Charlie Luxton, sustainable architectural designer from More4’s ‘Building the Dream’ and guest expert at The London Homebuilding & Renovating Show (21-23 September, ExCeL, London), shares his challenges around self building and offers tips on how to overcome them from his experience of being sleepless in the Cotswolds, fretting about his own new project
Was this a good decision? Is it the right time? How much will it cost? Can we actually afford it? Have I covered everything? All these common types of fears self builders face last only while you don’t have the relevant information to hand.
How much will it cost?
A good designer will help you cost out a realistic fair estimate and together you can work out what percentage of your budget should be put towards a contingency fund.
You also need to find yourself a qualified trades person to trust that you’re guided throughout the process and make sure everything’s going ahead as planned. I don’t encourage people to opt for the cheapest skilled worker at the outset, as you’ll find that they are the most expensive in the long run, costing you time and extra money if they don’t have a solid experience to rely on when making important choices. If the people you employ are careful, knowledgeable and organised, this will help you financially and build your understanding that good results require a realistic budget.
Can I actually afford it?
If you’re limited by a tight budget, you should build smaller. Do less at a better standard than more at low quality. You have to find the right balance between the size and value of a property, and be careful about hunting too many deals. If you self build, you can save up to 20-30 per cent if you get involved in the work yourself so you can make things cheaper. But don’t fall into the trap of neglecting the quality. I prefer to take elements out of the build specification rather than doing them cheaply, as in the long run you’ll end up spending more. For example, don’t try to do joinery yourself – you can leave that for a later date, when you can take care of it properly.
Was this a good decision?
My advice would be to build your own home rather than buy a house that someone else created based on their own needs and desires. A self builder will always be very involved in the process, will understand it and get to know every part of the project, which offers a great sense of control. You can get to grips with every aspect of it and feel empowered, seeing your dream house come to life with your own hands.
Homebuilding and renovating allows you to stay in a community in which you already belong. In life there’s value to improving a friendship, a marriage or a home. It’s about digging a bit deeper and making it better rather than just flipping and changing it. If it has potential, it meets your needs and if you like where you live, you should do it.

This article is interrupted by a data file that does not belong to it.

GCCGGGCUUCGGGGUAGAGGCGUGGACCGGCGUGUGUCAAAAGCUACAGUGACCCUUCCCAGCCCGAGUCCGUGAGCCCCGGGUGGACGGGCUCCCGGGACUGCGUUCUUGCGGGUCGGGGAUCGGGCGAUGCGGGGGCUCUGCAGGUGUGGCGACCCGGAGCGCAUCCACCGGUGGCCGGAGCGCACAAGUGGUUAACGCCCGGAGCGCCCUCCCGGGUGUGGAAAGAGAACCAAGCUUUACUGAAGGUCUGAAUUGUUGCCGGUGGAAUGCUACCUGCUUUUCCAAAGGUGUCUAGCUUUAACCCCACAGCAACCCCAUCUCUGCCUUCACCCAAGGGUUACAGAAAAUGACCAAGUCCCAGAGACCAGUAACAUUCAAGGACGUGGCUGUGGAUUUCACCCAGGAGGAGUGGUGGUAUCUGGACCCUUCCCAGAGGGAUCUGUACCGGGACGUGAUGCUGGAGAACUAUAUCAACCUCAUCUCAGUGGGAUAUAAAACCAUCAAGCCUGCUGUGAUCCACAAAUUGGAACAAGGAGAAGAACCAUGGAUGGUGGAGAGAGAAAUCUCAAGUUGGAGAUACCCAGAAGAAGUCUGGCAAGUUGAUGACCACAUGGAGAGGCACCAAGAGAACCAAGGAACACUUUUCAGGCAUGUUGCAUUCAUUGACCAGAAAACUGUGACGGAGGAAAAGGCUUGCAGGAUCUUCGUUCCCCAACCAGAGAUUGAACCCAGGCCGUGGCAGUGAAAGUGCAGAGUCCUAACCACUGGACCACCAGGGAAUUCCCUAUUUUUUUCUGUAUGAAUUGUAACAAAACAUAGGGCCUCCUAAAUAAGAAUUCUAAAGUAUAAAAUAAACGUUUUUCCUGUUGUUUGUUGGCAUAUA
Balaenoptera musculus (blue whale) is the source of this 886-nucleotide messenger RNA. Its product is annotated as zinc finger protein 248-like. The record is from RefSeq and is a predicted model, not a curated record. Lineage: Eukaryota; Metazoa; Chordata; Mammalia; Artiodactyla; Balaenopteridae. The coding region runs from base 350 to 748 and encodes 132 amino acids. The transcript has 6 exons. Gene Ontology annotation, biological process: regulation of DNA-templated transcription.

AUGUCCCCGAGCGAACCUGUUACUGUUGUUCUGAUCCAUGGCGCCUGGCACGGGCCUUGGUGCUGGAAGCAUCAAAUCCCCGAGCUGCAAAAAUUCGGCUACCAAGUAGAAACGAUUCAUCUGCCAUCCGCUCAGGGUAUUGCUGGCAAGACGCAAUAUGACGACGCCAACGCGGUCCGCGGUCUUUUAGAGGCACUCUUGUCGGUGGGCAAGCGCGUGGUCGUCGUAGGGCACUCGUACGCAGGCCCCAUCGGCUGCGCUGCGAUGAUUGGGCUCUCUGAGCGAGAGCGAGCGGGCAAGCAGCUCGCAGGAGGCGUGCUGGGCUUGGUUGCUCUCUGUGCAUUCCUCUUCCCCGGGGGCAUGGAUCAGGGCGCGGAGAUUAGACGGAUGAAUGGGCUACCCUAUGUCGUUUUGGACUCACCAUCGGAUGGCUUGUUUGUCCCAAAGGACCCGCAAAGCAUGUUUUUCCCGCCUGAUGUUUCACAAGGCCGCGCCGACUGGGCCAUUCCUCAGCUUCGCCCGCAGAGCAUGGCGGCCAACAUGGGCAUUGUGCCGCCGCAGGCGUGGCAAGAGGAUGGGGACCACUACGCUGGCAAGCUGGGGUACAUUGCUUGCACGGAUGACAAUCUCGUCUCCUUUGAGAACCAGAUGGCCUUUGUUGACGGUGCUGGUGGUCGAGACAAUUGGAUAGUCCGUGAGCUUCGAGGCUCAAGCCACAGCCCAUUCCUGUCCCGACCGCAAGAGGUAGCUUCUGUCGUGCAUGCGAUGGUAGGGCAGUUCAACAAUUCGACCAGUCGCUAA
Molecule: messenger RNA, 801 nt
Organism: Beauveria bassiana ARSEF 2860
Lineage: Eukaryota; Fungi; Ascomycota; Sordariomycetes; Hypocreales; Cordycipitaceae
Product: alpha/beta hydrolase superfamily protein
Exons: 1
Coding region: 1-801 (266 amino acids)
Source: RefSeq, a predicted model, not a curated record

Is this the right time?
The rule of thumb is that self builders move every 20 years and everyone else moves out after about seven or eight years. No one can anticipate what will happen over the next 20 years within the industry because the housing market can’t be predicted that far in advance. I can’t encourage people to self build no matter the fluctuations, but when considering your options, remember that the large scale alterations will be there for the long term, time in which the market becomes less critical.
Think also about my series, ‘Building the Dream’. Out of the 70 builds we finished, just one or two owners didn’t create equity through their property.
Have I covered everything?
When planning and managing your self build, you can never be too careful. You might think that you’ll end up wasting plenty of time even before the works commence but this extra consideration will allow you to think through every aspect of the build. Even if you won’t know the answers to all your questions, at least you will uncover blind spots that you need advice on. If you miss some essential elements in your cost plans, you may end up with unexpected bills. By preparing a detailed schedule and knowing every single part of it, you minimise the risks.
This way you will also anticipate all your responsibilities under health & safety. You have to provide a clean, safe place for your trades. This requires knowledge of all the issues around site insurance, access, site security. The more you plan, the less likely you are to be caught off guard.
A classic mistake is to underestimate the time scale of your project. Always maximise the estimation and check if you might run into trouble, as things are bound to take longer than planned. The irony of all this is that the first time you’re properly qualified for your first self build job is after you finish it, so don’t hesitate to ask for specialist support and seek help to carry this through, as it’s a very rewarding experience.
If you prepare enough, do your research and talk to people who have been in the same situation, you’re already making significant strides towards building your dream. This way, when you wake up at 3am, at least you’ll be worrying about the minor issues, not the bigger picture.